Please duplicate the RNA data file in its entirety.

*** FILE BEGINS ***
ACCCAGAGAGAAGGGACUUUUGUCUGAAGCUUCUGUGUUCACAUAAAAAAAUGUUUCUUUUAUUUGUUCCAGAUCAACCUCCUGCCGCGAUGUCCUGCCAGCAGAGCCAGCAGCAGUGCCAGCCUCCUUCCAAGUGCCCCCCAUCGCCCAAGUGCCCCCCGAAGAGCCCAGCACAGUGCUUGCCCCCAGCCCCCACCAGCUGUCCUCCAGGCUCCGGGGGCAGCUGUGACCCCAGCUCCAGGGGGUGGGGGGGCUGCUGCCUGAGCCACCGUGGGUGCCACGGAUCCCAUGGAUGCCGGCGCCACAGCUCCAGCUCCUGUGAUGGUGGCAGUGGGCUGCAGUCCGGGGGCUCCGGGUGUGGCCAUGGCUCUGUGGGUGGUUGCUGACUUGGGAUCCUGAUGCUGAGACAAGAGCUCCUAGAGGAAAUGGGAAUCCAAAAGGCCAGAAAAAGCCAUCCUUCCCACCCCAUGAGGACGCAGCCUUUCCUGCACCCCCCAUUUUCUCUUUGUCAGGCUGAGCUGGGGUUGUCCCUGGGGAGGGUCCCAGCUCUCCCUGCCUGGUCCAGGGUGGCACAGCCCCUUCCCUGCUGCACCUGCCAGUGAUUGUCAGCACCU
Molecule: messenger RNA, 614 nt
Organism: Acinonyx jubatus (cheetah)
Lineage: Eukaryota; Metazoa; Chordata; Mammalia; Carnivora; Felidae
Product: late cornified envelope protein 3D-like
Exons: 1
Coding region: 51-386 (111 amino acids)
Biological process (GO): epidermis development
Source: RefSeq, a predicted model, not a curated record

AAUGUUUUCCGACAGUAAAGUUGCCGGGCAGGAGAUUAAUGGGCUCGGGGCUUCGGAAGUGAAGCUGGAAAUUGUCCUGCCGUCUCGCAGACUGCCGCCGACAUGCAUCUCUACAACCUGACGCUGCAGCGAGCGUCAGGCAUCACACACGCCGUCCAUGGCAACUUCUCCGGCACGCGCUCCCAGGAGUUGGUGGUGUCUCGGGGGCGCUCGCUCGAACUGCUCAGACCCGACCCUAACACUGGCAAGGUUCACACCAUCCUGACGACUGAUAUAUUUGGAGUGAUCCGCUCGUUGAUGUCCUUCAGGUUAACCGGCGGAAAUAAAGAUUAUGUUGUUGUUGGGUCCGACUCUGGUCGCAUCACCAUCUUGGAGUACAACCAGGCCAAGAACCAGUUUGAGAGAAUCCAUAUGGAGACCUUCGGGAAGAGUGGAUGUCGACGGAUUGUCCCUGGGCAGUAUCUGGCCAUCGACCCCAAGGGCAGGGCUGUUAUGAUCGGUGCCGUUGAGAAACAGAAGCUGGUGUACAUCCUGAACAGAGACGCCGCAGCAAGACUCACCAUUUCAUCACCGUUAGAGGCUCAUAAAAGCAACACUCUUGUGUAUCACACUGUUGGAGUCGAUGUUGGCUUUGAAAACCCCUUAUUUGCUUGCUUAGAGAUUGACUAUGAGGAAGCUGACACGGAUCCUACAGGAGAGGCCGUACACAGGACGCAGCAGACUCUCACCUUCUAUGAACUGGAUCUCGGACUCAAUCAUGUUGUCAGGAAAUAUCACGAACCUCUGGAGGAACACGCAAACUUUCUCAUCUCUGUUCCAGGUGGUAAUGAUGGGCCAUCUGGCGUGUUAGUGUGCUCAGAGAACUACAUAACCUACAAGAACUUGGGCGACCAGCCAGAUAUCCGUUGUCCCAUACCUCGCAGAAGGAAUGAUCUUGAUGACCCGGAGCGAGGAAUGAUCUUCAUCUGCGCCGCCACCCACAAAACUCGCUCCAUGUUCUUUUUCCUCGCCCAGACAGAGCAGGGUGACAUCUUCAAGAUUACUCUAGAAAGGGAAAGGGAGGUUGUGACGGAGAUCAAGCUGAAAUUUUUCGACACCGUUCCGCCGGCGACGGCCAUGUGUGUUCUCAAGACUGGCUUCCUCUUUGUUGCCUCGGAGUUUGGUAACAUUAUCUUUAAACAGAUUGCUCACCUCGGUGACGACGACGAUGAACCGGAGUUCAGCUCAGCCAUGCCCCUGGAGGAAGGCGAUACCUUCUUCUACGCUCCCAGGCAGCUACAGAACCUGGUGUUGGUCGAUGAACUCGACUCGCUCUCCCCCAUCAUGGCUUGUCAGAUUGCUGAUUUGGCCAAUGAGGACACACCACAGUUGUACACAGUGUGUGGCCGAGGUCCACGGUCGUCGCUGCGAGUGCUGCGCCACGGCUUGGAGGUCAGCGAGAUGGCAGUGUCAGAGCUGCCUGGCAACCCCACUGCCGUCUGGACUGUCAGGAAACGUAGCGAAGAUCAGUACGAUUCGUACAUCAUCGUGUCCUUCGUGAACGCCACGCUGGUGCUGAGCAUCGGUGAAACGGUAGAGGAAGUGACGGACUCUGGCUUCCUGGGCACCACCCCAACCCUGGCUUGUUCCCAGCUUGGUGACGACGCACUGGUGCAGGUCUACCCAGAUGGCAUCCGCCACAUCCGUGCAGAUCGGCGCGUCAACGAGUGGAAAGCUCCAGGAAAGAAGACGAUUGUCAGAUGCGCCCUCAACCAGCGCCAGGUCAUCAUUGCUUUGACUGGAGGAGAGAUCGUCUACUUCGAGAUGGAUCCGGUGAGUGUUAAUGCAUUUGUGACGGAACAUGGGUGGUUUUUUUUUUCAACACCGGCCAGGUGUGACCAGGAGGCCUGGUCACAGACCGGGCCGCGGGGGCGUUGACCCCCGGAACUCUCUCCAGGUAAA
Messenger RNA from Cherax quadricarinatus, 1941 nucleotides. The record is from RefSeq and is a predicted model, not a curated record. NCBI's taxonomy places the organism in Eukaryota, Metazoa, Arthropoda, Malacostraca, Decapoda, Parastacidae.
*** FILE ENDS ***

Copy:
ACCCAGAGAGAAGGGACUUUUGUCUGAAGCUUCUGUGUUCACAUAAAAAAAUGUUUCUUUUAUUUGUUCCAGAUCAACCUCCUGCCGCGAUGUCCUGCCAGCAGAGCCAGCAGCAGUGCCAGCCUCCUUCCAAGUGCCCCCCAUCGCCCAAGUGCCCCCCGAAGAGCCCAGCACAGUGCUUGCCCCCAGCCCCCACCAGCUGUCCUCCAGGCUCCGGGGGCAGCUGUGACCCCAGCUCCAGGGGGUGGGGGGGCUGCUGCCUGAGCCACCGUGGGUGCCACGGAUCCCAUGGAUGCCGGCGCCACAGCUCCAGCUCCUGUGAUGGUGGCAGUGGGCUGCAGUCCGGGGGCUCCGGGUGUGGCCAUGGCUCUGUGGGUGGUUGCUGACUUGGGAUCCUGAUGCUGAGACAAGAGCUCCUAGAGGAAAUGGGAAUCCAAAAGGCCAGAAAAAGCCAUCCUUCCCACCCCAUGAGGACGCAGCCUUUCCUGCACCCCCCAUUUUCUCUUUGUCAGGCUGAGCUGGGGUUGUCCCUGGGGAGGGUCCCAGCUCUCCCUGCCUGGUCCAGGGUGGCACAGCCCCUUCCCUGCUGCACCUGCCAGUGAUUGUCAGCACCU
Molecule: messenger RNA, 614 nt
Organism: Acinonyx jubatus (cheetah)
Lineage: Eukaryota; Metazoa; Chordata; Mammalia; Carnivora; Felidae
Product: late cornified envelope protein 3D-like
Exons: 1
Coding region: 51-386 (111 amino acids)
Biological process (GO): epidermis development
Source: RefSeq, a predicted model, not a curated record

AAUGUUUUCCGACAGUAAAGUUGCCGGGCAGGAGAUUAAUGGGCUCGGGGCUUCGGAAGUGAAGCUGGAAAUUGUCCUGCCGUCUCGCAGACUGCCGCCGACAUGCAUCUCUACAACCUGACGCUGCAGCGAGCGUCAGGCAUCACACACGCCGUCCAUGGCAACUUCUCCGGCACGCGCUCCCAGGAGUUGGUGGUGUCUCGGGGGCGCUCGCUCGAACUGCUCAGACCCGACCCUAACACUGGCAAGGUUCACACCAUCCUGACGACUGAUAUAUUUGGAGUGAUCCGCUCGUUGAUGUCCUUCAGGUUAACCGGCGGAAAUAAAGAUUAUGUUGUUGUUGGGUCCGACUCUGGUCGCAUCACCAUCUUGGAGUACAACCAGGCCAAGAACCAGUUUGAGAGAAUCCAUAUGGAGACCUUCGGGAAGAGUGGAUGUCGACGGAUUGUCCCUGGGCAGUAUCUGGCCAUCGACCCCAAGGGCAGGGCUGUUAUGAUCGGUGCCGUUGAGAAACAGAAGCUGGUGUACAUCCUGAACAGAGACGCCGCAGCAAGACUCACCAUUUCAUCACCGUUAGAGGCUCAUAAAAGCAACACUCUUGUGUAUCACACUGUUGGAGUCGAUGUUGGCUUUGAAAACCCCUUAUUUGCUUGCUUAGAGAUUGACUAUGAGGAAGCUGACACGGAUCCUACAGGAGAGGCCGUACACAGGACGCAGCAGACUCUCACCUUCUAUGAACUGGAUCUCGGACUCAAUCAUGUUGUCAGGAAAUAUCACGAACCUCUGGAGGAACACGCAAACUUUCUCAUCUCUGUUCCAGGUGGUAAUGAUGGGCCAUCUGGCGUGUUAGUGUGCUCAGAGAACUACAUAACCUACAAGAACUUGGGCGACCAGCCAGAUAUCCGUUGUCCCAUACCUCGCAGAAGGAAUGAUCUUGAUGACCCGGAGCGAGGAAUGAUCUUCAUCUGCGCCGCCACCCACAAAACUCGCUCCAUGUUCUUUUUCCUCGCCCAGACAGAGCAGGGUGACAUCUUCAAGAUUACUCUAGAAAGGGAAAGGGAGGUUGUGACGGAGAUCAAGCUGAAAUUUUUCGACACCGUUCCGCCGGCGACGGCCAUGUGUGUUCUCAAGACUGGCUUCCUCUUUGUUGCCUCGGAGUUUGGUAACAUUAUCUUUAAACAGAUUGCUCACCUCGGUGACGACGACGAUGAACCGGAGUUCAGCUCAGCCAUGCCCCUGGAGGAAGGCGAUACCUUCUUCUACGCUCCCAGGCAGCUACAGAACCUGGUGUUGGUCGAUGAACUCGACUCGCUCUCCCCCAUCAUGGCUUGUCAGAUUGCUGAUUUGGCCAAUGAGGACACACCACAGUUGUACACAGUGUGUGGCCGAGGUCCACGGUCGUCGCUGCGAGUGCUGCGCCACGGCUUGGAGGUCAGCGAGAUGGCAGUGUCAGAGCUGCCUGGCAACCCCACUGCCGUCUGGACUGUCAGGAAACGUAGCGAAGAUCAGUACGAUUCGUACAUCAUCGUGUCCUUCGUGAACGCCACGCUGGUGCUGAGCAUCGGUGAAACGGUAGAGGAAGUGACGGACUCUGGCUUCCUGGGCACCACCCCAACCCUGGCUUGUUCCCAGCUUGGUGACGACGCACUGGUGCAGGUCUACCCAGAUGGCAUCCGCCACAUCCGUGCAGAUCGGCGCGUCAACGAGUGGAAAGCUCCAGGAAAGAAGACGAUUGUCAGAUGCGCCCUCAACCAGCGCCAGGUCAUCAUUGCUUUGACUGGAGGAGAGAUCGUCUACUUCGAGAUGGAUCCGGUGAGUGUUAAUGCAUUUGUGACGGAACAUGGGUGGUUUUUUUUUUCAACACCGGCCAGGUGUGACCAGGAGGCCUGGUCACAGACCGGGCCGCGGGGGCGUUGACCCCCGGAACUCUCUCCAGGUAAA
Messenger RNA from Cherax quadricarinatus, 1941 nucleotides. The record is from RefSeq and is a predicted model, not a curated record. NCBI's taxonomy places the organism in Eukaryota, Metazoa, Arthropoda, Malacostraca, Decapoda, Parastacidae.